Coir Pellets/Coir Discs
Depending on where you shop, you may find these called “pellets” or “discs”. Essentially the same as Jiffy7 discs save that they’re peat free. If you find someone who sells “Jiffy Coir Pellets” double check that they’re referred to as “Jiffy7c”. Jiffy7 means it’s peat and Jiffy7c means it’s coir. Just stick them in a tray or dish of water for 10 minutes, with or without wetting agent added. If you’ll be using them for seeds then don’t add any fertiliser. For cuttings/seedlings you can add one of the above feeds but not as strong!
How Much Does It Cost?
The price depends on what you want and where you go. Bales work out cheapest, bricks are more expensive litre for litre, pellets/discs are the most expensive of the compressed coir options. Bags of pre-hydrated coir will generally cost somewhere in between bricks and pellets but if things are added then the price goes up, of course.
But if you’re not careful, you could end up paying 50% more in one place than in another. A lot of this is down to what I think is blatant marketing. I’ll concentrate on bales for this comparison. My current favourite supplier is Fertile Fibre. All their prices include delivery. If you want a single bale the price is £12.00 all in. But will you just want one bale? Just 70 litres of finished compost? Two bales will set you back £17.00 (£6.50 a bale). I usually order eight at a time and the price per bale is £6.25. And what you end up with is a fine compost. For me it’s perfect. Fertile Fibre also sell bags of coir composts of varying types and a good liquid feed (see above) so it’s a convenient one-stop shop. Because the fibres are so fine, the dry bale is far more dense than many others and so will take longer to wet. I usually let things run their course overnight.
I used to buy from a seller (Elixir Gardens) on ebay. They’re cheaper at £9.99 for one bale or £6.13 a bale if I were to buy eight. But what I got was inferior to Fertile Fibre’s offering. The fibres were far more coarse and much longer and there were often many strands of plastic wrapping in the mix. If convenience is an issue, Fertile Fibre will deliver next day; Elixir will deliver in a week or so. On the other hand, as this is a coarser product, the dry version is a much looser thing and will wet more quickly than, say, Fertile Fibre’s offering.
Then let’s look at a company called Coco and Coir. Their product is branded “Coco Peat”. It’s the same thing, 100% coir, pure and simple. There’s no chocolate in it and no peat. A single bale is £12.99. My eight pack would work out at £10.13 a bale. Delivery is usually within 5 days.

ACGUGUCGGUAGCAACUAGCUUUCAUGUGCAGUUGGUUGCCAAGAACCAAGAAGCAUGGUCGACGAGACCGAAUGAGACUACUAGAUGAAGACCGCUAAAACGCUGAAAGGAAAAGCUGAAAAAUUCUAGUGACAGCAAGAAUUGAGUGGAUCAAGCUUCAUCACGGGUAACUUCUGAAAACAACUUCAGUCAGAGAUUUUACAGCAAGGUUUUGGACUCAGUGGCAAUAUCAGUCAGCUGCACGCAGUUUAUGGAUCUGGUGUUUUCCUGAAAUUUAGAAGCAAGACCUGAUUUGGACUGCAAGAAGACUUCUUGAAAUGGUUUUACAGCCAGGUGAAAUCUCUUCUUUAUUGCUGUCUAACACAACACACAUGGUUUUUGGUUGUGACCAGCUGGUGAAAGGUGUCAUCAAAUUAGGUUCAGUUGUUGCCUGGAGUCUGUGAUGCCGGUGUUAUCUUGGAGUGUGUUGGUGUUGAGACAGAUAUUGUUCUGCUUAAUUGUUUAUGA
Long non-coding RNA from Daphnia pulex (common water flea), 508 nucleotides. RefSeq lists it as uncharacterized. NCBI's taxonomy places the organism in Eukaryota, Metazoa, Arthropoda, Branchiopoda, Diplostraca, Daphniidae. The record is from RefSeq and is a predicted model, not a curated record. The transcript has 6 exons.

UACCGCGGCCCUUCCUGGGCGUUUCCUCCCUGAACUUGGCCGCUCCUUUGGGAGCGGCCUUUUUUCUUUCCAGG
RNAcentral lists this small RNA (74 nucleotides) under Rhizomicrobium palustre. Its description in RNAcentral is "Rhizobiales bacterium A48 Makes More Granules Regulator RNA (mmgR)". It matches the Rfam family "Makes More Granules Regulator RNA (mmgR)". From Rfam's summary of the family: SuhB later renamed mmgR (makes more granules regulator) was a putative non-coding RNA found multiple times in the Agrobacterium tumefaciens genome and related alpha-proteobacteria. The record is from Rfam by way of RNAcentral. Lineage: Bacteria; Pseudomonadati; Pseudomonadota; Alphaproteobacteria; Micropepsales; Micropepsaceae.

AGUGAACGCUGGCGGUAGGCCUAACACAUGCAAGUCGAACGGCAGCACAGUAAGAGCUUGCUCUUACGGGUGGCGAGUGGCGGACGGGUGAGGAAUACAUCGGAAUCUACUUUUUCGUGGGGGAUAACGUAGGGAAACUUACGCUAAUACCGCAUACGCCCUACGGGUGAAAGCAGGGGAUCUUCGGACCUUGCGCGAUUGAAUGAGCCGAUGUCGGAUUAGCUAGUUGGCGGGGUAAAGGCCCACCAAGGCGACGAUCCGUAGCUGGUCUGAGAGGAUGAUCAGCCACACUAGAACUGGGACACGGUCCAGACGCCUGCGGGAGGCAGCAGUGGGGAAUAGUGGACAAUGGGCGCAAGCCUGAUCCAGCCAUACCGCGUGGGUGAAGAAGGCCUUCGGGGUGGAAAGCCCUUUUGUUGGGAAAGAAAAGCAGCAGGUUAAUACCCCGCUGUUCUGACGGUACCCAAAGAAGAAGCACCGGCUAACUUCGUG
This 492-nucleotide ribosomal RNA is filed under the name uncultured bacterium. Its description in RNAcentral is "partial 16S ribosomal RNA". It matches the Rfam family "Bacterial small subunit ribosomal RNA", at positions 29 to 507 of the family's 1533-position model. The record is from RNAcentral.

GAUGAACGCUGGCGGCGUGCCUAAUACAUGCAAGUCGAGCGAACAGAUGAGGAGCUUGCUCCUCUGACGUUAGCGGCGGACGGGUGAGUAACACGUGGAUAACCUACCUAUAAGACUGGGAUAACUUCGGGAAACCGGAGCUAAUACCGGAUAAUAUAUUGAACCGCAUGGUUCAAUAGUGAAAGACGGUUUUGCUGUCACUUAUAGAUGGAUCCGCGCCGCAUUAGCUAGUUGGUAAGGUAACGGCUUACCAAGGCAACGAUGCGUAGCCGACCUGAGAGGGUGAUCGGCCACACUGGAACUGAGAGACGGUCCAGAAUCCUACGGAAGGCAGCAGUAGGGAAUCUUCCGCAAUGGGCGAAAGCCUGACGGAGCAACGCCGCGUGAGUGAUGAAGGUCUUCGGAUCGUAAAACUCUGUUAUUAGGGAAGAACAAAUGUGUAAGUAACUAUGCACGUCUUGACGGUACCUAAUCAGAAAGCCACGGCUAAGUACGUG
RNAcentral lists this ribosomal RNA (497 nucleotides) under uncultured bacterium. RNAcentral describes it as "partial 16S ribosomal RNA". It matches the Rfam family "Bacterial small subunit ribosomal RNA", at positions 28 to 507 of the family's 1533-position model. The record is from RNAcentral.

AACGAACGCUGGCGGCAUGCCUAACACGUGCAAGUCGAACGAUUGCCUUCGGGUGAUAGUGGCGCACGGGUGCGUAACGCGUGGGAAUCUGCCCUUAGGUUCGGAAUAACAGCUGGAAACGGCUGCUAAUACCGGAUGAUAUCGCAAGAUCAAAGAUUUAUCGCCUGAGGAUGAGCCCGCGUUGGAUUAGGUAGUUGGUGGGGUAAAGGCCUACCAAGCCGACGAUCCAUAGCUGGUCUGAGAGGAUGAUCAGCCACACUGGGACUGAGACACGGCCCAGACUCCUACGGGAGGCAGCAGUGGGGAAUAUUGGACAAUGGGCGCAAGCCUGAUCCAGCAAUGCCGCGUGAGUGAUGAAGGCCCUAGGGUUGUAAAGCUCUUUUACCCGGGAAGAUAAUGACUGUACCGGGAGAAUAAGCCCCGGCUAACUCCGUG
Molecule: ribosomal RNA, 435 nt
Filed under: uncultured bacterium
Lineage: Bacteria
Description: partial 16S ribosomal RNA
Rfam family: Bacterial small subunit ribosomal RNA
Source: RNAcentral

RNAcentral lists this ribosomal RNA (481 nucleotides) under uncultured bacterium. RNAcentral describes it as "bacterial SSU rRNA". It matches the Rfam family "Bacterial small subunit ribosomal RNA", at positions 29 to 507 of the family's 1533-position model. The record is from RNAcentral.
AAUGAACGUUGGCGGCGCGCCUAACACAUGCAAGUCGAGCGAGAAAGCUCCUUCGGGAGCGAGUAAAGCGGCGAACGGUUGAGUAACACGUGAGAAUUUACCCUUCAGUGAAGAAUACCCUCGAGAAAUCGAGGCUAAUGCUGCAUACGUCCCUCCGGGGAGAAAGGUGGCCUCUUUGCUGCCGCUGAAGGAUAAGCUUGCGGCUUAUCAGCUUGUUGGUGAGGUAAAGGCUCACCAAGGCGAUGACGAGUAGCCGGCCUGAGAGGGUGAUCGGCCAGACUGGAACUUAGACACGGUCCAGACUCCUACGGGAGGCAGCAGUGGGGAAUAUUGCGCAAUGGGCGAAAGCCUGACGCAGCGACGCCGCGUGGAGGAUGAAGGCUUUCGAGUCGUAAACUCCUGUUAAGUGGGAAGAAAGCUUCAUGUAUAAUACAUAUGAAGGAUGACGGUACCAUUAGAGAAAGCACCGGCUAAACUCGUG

Coco and Coir were simply unlucky that I chose them as an example. I’ve never bought from them so cannot speak for the quality of their product or how it compares fibre-wise. But, in general, if a seller gives their product a fancy name, then it will come with a fancy price.
If you want pellets, I would suggest Green Gardener. Pellet prices don’t vary too much between different sellers and the advantage of this source is you can get your pellets and a whole host of other green products from one place.
(All prices are as at March 2019. Where I recommend a particular product/company this will be on the basis that I’ve used the product and/or bought from the company and am happy to recommend. I do not accept any incentives whatsoever in return.)
No, not the potato variety but another form of coir. This is simply the same coconut by-product which hasn’t been ground down into fine fibres but, rather, is in chunks. Available in various pack sizes but, as with coir compost, a bale works out cheapest. You’ll find it sold as orchid growing medium amongst other guises. You still add water to wet it though it’s unlikely you’ll want to add any fertiliser.
How much you wet this isn’t really an issue. I use it as a mulch and as a soil conditioner (ordinary coir is too fine to achieve anything by way of conditioning my clay soil). Spread across the soil surface, this rather wet-looking barrowload will do a good job (and the surplus wet won’t hurt the soil either). If I were looking too dig a bit deeper, these larger chunks will initially break up the clay and will then rot down to help aerate it.
I’ve now covered what it is, where you might get it and how you make it. Next week I’ll get more personal and show you how I use it on an ongoing and long term basis.